“For many consecutive years, ransomware has remained a major tool used by cybercrooks. However, because we have studied the TTPs of various ransomware gangs and found out that many of them operate in similar ways, preventing attacks becomes easier. The decryption tool against a new Conti-based modification is already available on our “No Ransom” webpage. However, we would like to emphasize that the best strategy is to strengthen defenses and stop the attackers at early stages of their intrusion, preventing ransomware deployment and minimizing the consequences of the attack,” said Fedor Sinitsyn, lead malware analyst at Kaspersky.

Below is the list of recommendations provided by the experts to protect organizations from ransomware attacks:

  • Do not expose remote desktop services (such as RDP) to public networks unless absolutely necessary and always use strong passwords for them.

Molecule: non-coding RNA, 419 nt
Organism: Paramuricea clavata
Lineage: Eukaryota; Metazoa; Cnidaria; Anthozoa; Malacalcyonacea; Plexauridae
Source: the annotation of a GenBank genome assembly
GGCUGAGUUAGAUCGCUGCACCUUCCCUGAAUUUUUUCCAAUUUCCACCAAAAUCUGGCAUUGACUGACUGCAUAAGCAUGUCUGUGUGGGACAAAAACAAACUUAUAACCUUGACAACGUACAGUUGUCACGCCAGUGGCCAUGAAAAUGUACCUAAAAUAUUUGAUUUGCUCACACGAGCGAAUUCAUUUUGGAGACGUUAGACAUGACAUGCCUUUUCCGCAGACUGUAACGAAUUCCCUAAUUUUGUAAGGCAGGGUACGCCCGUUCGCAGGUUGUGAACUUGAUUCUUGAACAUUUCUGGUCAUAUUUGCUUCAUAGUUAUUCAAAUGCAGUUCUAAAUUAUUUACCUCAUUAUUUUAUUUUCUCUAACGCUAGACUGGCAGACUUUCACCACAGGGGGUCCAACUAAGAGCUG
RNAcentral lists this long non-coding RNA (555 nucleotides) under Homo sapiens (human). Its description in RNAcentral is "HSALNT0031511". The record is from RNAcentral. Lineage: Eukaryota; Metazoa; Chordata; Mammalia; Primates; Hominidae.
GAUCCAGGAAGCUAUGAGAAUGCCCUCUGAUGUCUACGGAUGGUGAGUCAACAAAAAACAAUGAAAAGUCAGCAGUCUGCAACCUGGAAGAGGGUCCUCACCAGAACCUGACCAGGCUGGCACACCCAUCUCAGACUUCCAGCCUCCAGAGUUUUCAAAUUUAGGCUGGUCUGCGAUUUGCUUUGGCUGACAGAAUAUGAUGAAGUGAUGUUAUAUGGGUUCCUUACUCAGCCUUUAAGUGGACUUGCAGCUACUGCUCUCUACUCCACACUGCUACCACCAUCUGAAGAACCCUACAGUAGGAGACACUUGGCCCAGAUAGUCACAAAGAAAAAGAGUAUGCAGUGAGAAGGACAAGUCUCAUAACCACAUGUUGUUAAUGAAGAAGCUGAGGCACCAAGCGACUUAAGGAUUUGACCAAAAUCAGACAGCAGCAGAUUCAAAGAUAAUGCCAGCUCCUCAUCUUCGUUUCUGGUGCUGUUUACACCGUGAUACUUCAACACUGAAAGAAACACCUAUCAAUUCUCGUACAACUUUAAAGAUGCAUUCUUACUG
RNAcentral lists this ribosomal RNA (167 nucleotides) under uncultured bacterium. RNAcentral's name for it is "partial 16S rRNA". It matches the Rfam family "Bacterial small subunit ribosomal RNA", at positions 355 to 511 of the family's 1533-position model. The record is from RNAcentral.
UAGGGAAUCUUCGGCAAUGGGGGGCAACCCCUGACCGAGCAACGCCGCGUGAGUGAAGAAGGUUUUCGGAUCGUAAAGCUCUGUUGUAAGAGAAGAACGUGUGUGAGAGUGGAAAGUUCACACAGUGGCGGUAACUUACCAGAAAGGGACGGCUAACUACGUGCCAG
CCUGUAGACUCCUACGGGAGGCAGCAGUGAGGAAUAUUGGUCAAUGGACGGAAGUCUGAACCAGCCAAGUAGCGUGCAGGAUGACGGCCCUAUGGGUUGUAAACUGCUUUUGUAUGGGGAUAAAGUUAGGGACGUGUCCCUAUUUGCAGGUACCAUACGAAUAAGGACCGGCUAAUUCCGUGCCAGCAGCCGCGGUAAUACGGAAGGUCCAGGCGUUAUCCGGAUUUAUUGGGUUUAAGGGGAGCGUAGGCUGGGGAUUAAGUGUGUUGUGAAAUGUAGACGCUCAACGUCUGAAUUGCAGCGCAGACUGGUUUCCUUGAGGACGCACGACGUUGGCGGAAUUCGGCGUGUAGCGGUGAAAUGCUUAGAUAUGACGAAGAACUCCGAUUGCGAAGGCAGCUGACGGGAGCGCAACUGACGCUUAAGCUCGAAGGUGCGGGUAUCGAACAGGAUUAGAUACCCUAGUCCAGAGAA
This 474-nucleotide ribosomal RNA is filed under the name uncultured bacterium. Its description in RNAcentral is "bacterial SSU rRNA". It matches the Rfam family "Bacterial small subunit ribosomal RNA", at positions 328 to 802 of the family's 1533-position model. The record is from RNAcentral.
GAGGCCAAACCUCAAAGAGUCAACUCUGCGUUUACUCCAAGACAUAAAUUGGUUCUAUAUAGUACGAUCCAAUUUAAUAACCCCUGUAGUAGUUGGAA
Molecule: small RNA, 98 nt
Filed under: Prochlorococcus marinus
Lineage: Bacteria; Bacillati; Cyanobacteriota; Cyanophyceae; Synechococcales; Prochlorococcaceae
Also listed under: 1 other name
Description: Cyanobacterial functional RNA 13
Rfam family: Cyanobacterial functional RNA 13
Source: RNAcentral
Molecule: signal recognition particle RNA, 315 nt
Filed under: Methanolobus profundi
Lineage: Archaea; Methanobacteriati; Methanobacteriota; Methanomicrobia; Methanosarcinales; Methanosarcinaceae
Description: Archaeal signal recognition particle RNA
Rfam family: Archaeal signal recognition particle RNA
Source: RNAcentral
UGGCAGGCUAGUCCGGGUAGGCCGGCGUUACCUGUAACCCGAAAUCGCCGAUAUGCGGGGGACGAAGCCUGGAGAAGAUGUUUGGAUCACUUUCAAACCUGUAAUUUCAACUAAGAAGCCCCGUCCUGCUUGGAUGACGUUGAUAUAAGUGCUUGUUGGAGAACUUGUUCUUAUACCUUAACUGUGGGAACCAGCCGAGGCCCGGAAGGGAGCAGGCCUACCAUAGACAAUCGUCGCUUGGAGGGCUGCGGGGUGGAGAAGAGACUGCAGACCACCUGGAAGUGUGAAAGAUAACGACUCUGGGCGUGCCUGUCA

• Promptly install available patches for commercial VPN solutions providing access for remote employees and acting as gateways in your network.
  • Focus your defense strategy on detecting lateral movements and data exfiltration to the Internet. Pay special attention to the outgoing traffic to detect cybercriminals’ connections.
  • Back up data regularly. Make sure you can quickly access it in an emergency when needed. 
  • Use solutions like Kaspersky Endpoint Detection and Response Expert and Kaspersky Managed Detection and Response service which help to identify and stop the attack on early stages, before attackers reach their final goals.